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Tech Talk Radio Show 11 of 2009
Transmission date: March 16, 2009

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Ep 10: TTR Ep 1109: Apples iPhone under threat, Is Twitter on the market, Choice finds biggest tech rip-offs, Charging batteries just got a whole lot faster and The World Wide Web turns 20.

March 16 , 2009

Last week Telsta announce a $300M upgrade to its cable system in Melbourne by installing DOCSIS 3.0, which will be the first stage of a national rollout. DOCSIS has been around since 2006 and stands for data over cable service interface specification, and is the software needed to use hybrid fibre coaxial cable (HFC) for symmetric internet services. So is this the beginning of the end of the federal governments National Broadband Network? Some columnists believe it is.

Telstra HFC

It’s easy to be cynical about the motives behind Telstra’s non compliant bid to be part of the National Broadband Network, but history will show that Telstra, like Apple, have always had the approach to business that they will do it when and how they want, in a time that suits them and most definitely following no one else’s agenda. The NBN is no different to Telstra.

Already Australia’s incumbent Telco has a RF broadband network far faster than its competitors, and with coverage that far exceeds anyone else’s as well. This also seems set to double by the end of the year from 21Mbs to 48Mbs. Add to this the Cable upgrade in metro areas to 100 Mbs and it makes the governments 12 Mbs look like dial up.

What’s interesting is that Telstra seem to be looking to move their customers off the copper unbundled local loop to cable, something that does not fall under regulation. So what will happen to the maintenance of the copper once the migration ramps up? Let me answer a question with a question, Why would anyone maintain something they had no need or use for anymore?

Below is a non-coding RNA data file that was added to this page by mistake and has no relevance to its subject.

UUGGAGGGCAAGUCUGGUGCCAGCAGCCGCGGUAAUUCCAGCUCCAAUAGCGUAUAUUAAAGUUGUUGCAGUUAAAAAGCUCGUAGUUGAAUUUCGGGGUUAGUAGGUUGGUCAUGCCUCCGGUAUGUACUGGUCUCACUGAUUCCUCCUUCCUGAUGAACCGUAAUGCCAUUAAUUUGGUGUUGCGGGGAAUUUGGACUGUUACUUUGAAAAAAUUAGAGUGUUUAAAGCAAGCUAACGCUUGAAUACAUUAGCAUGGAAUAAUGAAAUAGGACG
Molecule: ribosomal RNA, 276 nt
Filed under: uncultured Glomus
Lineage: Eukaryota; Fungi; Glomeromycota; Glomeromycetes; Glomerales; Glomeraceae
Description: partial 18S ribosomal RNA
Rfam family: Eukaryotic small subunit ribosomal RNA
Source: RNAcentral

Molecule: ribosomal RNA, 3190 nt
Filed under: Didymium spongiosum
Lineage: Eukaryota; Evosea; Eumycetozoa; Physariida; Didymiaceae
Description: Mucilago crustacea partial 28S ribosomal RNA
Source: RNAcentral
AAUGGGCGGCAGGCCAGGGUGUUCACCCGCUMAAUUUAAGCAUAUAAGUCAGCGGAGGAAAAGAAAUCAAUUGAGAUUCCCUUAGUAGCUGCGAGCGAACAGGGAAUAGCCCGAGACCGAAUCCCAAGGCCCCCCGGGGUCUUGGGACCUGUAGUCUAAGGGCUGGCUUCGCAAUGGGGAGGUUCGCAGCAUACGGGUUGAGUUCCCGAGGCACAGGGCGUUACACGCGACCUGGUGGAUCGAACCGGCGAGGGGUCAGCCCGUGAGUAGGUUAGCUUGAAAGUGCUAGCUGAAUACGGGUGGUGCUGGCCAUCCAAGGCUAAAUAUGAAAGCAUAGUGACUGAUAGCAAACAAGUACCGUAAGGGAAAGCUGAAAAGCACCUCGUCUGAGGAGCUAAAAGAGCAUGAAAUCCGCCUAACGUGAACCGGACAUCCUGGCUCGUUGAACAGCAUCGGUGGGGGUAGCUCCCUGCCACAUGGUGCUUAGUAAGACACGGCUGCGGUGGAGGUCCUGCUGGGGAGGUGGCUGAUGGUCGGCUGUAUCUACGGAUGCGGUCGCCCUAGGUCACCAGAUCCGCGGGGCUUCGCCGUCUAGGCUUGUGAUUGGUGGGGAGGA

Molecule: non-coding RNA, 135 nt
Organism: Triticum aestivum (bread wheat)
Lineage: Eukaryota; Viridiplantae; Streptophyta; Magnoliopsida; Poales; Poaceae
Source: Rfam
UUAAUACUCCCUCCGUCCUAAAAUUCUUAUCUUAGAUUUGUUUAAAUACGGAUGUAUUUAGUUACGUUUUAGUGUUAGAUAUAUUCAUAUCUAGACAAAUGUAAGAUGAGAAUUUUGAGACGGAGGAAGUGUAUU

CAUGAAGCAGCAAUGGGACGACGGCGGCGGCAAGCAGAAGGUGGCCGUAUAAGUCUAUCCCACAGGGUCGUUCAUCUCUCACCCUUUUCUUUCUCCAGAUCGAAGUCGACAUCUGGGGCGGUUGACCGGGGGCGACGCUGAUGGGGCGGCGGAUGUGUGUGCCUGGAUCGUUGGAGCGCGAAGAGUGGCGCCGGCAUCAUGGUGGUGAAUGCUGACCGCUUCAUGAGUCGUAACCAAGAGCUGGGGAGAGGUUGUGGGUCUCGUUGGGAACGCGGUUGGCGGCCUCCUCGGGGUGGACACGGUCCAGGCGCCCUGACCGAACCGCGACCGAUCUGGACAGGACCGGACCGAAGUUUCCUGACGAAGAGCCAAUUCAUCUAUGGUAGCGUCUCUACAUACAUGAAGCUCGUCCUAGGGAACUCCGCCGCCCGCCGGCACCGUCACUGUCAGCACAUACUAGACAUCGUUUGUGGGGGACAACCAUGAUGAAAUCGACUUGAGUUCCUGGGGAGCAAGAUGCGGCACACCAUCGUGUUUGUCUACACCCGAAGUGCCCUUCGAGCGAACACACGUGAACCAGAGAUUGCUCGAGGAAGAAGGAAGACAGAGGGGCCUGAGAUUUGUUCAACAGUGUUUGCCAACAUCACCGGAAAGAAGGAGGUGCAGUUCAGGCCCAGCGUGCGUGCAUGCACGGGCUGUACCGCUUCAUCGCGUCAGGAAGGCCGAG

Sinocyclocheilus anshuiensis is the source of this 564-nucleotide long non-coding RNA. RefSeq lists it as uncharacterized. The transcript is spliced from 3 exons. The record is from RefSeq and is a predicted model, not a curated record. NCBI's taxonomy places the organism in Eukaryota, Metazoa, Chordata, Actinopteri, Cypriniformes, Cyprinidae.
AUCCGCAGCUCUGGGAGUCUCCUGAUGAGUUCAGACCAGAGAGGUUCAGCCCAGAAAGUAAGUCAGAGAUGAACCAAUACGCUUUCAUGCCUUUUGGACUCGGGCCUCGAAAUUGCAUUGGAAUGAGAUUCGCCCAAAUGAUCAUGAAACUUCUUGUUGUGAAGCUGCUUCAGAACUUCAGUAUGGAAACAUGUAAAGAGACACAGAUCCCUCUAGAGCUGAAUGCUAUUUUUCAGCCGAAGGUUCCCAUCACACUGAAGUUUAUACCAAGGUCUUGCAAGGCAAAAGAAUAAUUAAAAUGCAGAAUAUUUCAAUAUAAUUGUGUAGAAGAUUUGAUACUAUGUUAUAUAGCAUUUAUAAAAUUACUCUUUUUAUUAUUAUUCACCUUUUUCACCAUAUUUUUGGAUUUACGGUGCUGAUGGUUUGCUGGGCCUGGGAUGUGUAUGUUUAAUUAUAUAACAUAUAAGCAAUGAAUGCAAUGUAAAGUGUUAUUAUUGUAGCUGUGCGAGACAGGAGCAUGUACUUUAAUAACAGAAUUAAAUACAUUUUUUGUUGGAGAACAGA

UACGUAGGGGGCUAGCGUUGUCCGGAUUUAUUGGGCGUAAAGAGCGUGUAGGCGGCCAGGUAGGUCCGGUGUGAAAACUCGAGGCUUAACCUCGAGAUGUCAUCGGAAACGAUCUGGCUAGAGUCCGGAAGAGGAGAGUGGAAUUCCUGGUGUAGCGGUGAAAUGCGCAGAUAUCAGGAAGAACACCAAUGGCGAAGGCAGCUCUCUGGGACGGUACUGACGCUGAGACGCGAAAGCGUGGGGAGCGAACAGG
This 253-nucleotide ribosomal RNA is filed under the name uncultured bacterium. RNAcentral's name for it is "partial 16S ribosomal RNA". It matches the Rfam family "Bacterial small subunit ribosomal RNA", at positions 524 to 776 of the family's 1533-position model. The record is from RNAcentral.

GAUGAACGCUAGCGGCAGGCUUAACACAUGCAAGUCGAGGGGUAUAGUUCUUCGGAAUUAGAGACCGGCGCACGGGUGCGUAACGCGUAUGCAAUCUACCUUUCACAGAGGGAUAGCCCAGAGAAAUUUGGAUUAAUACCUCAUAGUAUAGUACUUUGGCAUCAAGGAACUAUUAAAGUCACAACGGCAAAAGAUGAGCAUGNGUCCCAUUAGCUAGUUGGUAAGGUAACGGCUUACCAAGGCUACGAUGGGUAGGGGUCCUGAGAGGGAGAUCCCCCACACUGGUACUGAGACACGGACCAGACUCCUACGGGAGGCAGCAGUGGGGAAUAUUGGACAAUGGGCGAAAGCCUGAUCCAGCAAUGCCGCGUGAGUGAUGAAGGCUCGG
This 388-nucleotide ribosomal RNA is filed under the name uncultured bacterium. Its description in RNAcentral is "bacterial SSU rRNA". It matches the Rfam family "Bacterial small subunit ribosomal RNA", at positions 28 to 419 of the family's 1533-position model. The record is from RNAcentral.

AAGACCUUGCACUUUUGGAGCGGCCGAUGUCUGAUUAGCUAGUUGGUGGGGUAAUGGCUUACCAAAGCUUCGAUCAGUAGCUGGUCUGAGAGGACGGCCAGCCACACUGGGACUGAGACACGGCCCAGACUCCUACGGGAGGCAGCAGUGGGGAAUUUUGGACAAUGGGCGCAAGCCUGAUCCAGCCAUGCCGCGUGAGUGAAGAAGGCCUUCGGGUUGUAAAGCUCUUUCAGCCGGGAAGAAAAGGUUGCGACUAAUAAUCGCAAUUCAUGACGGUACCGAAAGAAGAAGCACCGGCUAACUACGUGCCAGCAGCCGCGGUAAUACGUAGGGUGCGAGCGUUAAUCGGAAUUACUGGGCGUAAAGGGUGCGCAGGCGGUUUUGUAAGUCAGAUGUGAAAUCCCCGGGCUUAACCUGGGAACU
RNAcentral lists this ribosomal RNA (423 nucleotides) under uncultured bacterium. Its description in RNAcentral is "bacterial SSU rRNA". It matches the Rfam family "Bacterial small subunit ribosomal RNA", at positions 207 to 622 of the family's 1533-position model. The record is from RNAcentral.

Australia has two cable networks covering about 2.5 million of those houses and businesses in Melbourne, Sydney, Brisbane and the Gold Coast. One of them - the Optus one - is in mothballs because ULL ADSL also levels the playing field with Telstra and makes more sense, cost-wise. And as Alan Kohler said in Business Spectator last week, there's one thing Telstra hates, and that's a level playing field - thus the $300 million on DOCSIS 3.0 for its cable in Melbourne, with the rest of the network to come.

To get a return on this investment, Telstra will work hard to switch all of those customers over to cable and away from copper, which means there won't be enough customers left to make it worth spending money on nodes in Melbourne, Sydney, Brisbane and the Gold Coast, and chucking away all the existing ADSL equipment in the exchanges - especially considering how hard it is to raise money these days.

High speed broadband is on the way for some of us, albeit in Telstra time, but the longer Conroy procrastinates over the NBN, the bigger the egg will be that will ultimately find its way to the governments face.

This week on TTR

Adam Turner looks at the looming competition for Apples iPhone
Is Twitter on the market?
Choice finds biggest tech rip-offs
Charging batteries just got a whole lot faster and
The World Wide Web turns 20.